Agents should navigate clauses on developmentYour June 16...


July 05, 1998

Agents should navigate clauses on development

Your June 16 article, "Legislator writing bill to inform homebuyers," was welcome news.

Many years ago, I wish there had been such a bill. Real estate agents have their own agendas, and they are not the same as the buyers'. I lost 14 feet of property because frontage had grown over onto the county road. When further development started, we were in for a big surprise.

No one had told us when we purchased that half our front yard was on county property. I'm sure there are courthouse files that contain such information, but few buyers then or now would have the savvy to investigate.

We enlist the help of real estate agents, assuming that they adhere to a code of ethics. Sadly, this is not always true. I support, as I hope others will, Del. John Leopold's bill to make public documents a requirement of a real estate agent's sales portfolio.

Joyce C. Robinson

Glen Burnie

Parking in front of home raises flap

I'm sick of notes being placed on my cars from Long Point residents. Many residents park in front of their house. I did too until the Long Point Association stopped me.

The road in front of my house belongs to the association, so I have to park on county roads. Sandbar Lane and Twickenham Road are county roads.

I don't want to infringe on my neighbors' space, so I offered to clear and maintain the entire 25-foot dirt road, which also would give my neighbors added parking for their cars, for allowing me to park in front of my property.

The association continually tried to stop any improvement of the road and rejected our offer. The police were called when I parked on Twickenham.

I'm not parking illegally.

If my neighbors don't like where I am forced to park, I'm sorry, but take it up with the association.

I've had the air let out of my tires three times in one month. I had inspectors searching for problems that weren't there because the association made statements to such.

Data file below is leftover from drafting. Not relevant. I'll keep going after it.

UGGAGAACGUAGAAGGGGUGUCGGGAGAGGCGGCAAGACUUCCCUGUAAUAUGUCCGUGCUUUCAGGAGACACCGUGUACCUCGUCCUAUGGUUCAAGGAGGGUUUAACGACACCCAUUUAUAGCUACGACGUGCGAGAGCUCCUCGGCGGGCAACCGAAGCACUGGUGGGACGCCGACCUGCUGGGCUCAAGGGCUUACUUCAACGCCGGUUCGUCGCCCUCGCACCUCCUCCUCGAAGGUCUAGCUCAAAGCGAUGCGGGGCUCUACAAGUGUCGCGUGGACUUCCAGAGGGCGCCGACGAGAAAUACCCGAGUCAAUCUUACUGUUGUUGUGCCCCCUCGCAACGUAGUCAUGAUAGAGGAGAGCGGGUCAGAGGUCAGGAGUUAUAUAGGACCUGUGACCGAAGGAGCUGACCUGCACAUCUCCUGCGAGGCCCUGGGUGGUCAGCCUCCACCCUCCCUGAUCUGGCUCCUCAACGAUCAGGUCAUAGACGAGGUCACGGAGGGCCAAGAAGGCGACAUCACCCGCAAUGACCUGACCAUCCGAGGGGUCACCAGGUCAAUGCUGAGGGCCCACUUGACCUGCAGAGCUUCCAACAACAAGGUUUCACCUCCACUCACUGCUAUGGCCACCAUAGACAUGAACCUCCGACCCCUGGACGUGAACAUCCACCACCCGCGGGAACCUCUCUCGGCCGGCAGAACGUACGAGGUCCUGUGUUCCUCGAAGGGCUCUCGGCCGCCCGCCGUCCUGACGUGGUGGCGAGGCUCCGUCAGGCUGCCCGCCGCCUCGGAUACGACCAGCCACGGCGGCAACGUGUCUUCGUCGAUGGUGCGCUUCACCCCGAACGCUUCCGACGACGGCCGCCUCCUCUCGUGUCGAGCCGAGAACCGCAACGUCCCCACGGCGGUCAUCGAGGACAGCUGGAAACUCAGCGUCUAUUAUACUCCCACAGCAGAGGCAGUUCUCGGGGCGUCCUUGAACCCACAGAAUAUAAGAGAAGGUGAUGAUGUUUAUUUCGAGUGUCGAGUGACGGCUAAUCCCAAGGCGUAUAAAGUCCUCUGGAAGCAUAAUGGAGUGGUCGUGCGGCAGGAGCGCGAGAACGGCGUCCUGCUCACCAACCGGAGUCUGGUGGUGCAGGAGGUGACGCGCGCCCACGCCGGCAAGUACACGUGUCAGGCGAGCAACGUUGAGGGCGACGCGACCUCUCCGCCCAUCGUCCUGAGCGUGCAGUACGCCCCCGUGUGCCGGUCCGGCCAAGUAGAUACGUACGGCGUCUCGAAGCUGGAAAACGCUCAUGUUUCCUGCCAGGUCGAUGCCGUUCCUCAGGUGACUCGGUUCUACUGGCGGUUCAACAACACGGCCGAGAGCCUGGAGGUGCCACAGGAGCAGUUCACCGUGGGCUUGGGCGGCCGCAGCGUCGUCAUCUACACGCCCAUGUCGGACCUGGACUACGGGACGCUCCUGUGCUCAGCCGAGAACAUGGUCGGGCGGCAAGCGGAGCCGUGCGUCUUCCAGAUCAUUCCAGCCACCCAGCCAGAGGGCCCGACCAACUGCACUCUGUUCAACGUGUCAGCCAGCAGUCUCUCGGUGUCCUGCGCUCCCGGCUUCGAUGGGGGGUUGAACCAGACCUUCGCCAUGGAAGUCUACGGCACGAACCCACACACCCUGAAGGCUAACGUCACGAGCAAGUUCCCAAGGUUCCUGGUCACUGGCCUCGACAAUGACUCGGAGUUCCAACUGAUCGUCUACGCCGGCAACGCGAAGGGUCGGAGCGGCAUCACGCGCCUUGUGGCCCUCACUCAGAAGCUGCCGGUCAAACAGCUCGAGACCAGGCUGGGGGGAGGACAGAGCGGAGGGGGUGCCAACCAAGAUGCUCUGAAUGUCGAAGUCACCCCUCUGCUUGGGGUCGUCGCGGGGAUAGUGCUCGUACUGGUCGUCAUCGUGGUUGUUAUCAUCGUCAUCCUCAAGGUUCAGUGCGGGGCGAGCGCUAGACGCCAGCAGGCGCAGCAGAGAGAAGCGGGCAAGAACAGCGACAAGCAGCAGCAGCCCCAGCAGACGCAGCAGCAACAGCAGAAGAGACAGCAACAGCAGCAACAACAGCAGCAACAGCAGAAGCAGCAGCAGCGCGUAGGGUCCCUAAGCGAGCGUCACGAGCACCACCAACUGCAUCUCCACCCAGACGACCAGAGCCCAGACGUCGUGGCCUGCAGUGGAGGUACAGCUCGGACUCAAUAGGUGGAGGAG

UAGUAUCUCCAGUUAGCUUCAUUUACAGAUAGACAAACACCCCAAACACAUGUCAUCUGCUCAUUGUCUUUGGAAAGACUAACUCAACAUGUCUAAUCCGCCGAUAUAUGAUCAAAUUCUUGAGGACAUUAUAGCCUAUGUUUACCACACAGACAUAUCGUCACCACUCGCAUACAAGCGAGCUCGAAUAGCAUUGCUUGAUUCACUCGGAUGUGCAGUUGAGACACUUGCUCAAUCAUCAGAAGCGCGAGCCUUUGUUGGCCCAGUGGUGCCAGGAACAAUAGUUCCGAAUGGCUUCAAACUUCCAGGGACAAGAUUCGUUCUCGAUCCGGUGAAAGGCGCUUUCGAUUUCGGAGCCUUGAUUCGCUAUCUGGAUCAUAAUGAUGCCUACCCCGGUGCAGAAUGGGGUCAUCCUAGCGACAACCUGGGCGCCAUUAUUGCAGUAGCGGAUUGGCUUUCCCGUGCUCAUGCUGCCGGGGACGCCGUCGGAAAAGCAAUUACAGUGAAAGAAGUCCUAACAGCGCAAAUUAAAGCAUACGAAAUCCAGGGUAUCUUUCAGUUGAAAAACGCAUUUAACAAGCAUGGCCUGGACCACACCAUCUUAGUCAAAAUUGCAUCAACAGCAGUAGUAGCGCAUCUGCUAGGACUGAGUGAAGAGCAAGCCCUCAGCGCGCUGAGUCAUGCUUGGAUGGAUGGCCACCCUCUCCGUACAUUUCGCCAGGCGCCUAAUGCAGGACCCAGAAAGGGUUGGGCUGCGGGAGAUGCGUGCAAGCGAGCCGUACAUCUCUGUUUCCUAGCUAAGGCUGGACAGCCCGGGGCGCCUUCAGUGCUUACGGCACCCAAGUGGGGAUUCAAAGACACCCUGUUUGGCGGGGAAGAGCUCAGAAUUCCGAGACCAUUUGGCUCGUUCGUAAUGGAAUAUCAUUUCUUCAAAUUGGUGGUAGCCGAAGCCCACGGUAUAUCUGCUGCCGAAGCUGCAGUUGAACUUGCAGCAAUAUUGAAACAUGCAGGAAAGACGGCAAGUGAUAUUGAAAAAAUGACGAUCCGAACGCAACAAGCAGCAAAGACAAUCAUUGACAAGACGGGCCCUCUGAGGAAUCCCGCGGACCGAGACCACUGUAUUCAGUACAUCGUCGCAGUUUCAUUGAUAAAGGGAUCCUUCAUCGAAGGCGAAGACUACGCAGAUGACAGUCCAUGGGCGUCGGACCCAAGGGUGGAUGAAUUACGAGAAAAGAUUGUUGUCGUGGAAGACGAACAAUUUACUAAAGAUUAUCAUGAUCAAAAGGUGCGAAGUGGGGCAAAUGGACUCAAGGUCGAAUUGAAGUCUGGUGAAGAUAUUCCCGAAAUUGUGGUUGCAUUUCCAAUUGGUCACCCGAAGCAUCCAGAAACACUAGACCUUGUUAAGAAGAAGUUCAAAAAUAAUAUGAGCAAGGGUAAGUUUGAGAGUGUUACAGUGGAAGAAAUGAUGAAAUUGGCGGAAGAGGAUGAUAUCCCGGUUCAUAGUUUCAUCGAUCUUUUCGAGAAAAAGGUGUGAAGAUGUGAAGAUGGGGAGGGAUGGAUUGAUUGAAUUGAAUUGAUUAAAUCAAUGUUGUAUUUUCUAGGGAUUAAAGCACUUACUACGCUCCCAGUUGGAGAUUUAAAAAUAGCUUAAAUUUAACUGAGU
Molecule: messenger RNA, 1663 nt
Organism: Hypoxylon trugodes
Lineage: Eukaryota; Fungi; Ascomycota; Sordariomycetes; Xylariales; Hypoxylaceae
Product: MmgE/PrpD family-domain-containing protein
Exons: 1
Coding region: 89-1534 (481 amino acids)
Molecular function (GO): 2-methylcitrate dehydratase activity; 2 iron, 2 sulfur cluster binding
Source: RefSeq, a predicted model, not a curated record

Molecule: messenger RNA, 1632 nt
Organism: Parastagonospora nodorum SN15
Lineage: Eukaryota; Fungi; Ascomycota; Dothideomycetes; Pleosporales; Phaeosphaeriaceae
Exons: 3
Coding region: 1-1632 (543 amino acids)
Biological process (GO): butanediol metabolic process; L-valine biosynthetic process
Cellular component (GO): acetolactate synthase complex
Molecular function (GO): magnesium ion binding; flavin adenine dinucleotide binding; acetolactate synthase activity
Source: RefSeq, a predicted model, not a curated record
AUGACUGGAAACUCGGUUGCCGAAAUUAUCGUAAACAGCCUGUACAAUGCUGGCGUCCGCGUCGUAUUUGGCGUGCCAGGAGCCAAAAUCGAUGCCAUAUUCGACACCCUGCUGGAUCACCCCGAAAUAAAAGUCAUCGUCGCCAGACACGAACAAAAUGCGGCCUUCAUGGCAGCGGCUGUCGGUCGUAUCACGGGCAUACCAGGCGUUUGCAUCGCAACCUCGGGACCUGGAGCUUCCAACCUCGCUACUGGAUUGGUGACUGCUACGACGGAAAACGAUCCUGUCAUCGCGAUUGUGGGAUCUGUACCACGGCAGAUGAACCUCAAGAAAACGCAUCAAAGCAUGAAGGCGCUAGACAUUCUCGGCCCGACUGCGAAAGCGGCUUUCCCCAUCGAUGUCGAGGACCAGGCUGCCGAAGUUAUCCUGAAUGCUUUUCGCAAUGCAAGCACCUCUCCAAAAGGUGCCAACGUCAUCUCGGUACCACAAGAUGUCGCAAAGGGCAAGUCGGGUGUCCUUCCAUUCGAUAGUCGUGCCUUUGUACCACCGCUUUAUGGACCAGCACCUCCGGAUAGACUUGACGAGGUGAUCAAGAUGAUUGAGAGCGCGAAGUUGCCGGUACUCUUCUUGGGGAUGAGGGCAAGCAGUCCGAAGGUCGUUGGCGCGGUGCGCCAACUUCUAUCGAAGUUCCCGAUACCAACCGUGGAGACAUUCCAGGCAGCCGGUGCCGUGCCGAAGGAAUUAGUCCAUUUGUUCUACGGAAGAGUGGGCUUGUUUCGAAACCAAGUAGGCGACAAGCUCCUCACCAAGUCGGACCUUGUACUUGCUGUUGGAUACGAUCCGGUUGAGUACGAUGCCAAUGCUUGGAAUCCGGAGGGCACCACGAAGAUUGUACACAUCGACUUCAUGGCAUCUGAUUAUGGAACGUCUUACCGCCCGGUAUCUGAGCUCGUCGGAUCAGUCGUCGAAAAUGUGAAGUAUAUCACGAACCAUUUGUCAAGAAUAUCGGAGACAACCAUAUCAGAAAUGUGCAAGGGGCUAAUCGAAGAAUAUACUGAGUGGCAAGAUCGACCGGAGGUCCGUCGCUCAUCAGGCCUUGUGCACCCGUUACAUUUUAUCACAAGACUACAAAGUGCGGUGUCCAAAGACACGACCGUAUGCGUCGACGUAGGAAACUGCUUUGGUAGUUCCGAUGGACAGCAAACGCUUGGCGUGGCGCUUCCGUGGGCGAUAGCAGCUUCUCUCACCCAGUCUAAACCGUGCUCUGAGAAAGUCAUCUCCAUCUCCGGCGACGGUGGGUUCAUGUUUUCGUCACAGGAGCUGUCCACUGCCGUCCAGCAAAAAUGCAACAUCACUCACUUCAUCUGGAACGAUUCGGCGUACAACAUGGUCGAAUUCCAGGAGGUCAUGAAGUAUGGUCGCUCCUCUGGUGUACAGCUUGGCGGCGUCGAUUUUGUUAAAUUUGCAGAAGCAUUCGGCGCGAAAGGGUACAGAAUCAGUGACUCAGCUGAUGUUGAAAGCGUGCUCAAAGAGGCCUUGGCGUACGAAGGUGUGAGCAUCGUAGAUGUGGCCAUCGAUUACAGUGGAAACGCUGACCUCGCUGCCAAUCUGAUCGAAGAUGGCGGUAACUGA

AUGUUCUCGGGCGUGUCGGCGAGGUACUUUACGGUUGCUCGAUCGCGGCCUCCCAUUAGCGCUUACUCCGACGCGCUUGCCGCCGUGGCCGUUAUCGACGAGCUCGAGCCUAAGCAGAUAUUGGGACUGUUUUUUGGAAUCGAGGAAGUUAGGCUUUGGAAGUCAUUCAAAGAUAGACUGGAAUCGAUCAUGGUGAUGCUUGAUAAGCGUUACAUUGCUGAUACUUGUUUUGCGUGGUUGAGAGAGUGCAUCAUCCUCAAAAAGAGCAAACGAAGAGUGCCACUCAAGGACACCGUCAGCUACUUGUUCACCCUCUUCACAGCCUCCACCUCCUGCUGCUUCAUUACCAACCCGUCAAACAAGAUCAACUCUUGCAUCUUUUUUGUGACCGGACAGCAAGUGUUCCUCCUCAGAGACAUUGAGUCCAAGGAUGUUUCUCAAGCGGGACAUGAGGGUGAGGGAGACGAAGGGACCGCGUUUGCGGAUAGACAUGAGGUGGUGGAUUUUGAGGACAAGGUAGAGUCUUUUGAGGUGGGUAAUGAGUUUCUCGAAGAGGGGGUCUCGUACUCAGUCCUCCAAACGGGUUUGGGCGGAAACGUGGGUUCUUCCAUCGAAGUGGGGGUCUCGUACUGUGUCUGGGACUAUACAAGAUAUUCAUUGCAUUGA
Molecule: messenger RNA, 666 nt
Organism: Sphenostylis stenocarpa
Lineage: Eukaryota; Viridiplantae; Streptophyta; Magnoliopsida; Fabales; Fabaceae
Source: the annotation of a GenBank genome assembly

For three years, our kids haven't been swimming in our pool because the association has been fighting my variance.

We want to be left alone.

Tom and Eileen Guthmann


County roadside fee hurts senior vendors

Anne Arundel's $250 licensing fee for persons selling crafts and other small dollar items along roadways is completely unfair to young people and seniors, such as myself.

The fee is charged to anyone selling wares along the road.

We do this to get a little spending money for Christmas and to supplement our Social Security.

I have had discussed the fee structure with Anne Arundel County Councilman James "Ed" DeGrange Sr. and with Victor Sulin and Ann Hatcher of the Department of Planning and Code Enforcement.

They all seem to agree that as the fee structure now stands, it is unfair to some. But no one knows how to fix it.

Since my last conversation with these representatives, I have called Mr. DeGrange's office three times. I have yet to get a return call.

We all get old and need a hand in doing things we want to do.

After being born, raised and living in Anne Arunel County all my life, I do not think it fair to be penalized after retirement for having a hobby that makes me golfing money for summer.

V.E. Lohrmann Sr.


Candidates: Owens for county executive

Janet Owens is the correct choice for Anne Arundel County executive in 1998.

She has been endorsed by the Teachers Association of Anne Arundel County because she is the only candidate who is committed to the public school system and she recognizes the fundamental importance of schools to our county's future.

She would not engage in power struggles, name-calling or mud-slinging. She is concerned about what is needed and what is right for our young people and she will provide the leadership to do just that.

Robert C. Grimm



Janet Owens' environmental record is impressive. A decade ago, she initiated weekly testing of the Severn River near her Millersville community so that when coliform levels are high, parents can keep their kids out of the water.

At her home, she is now struggling heroically to save eight very old oaks, the largest in Anne Arundel north of the Cumberstone Road area.

Ms. Owens placed part of her 60-acre family farm in South County into the U.S. Department of Agriculture's Wildlife Habitat Incentives Program. In fulfilling its requirements, she has put special effort into planting environmentally protective grasses.

In the late 1980s, she helped to stop Genstar from mining next to Jug Bay. Her farm is located close to the Jug Bay Wetlands Sanctuary and the Patuxent River Natural Resource Management Area.

With Janet Owens as county executive, Anne Arundel will, as she says, "no longer be 'Waiverworld,' a developer's paradise."

H. Catherine Armiger


Murphy for County Council in District 3

Do we need a raceway in Pasadena's backyard? Severn didn't want it. Middle River didn't want it. Why would our council representative feel we would want it?

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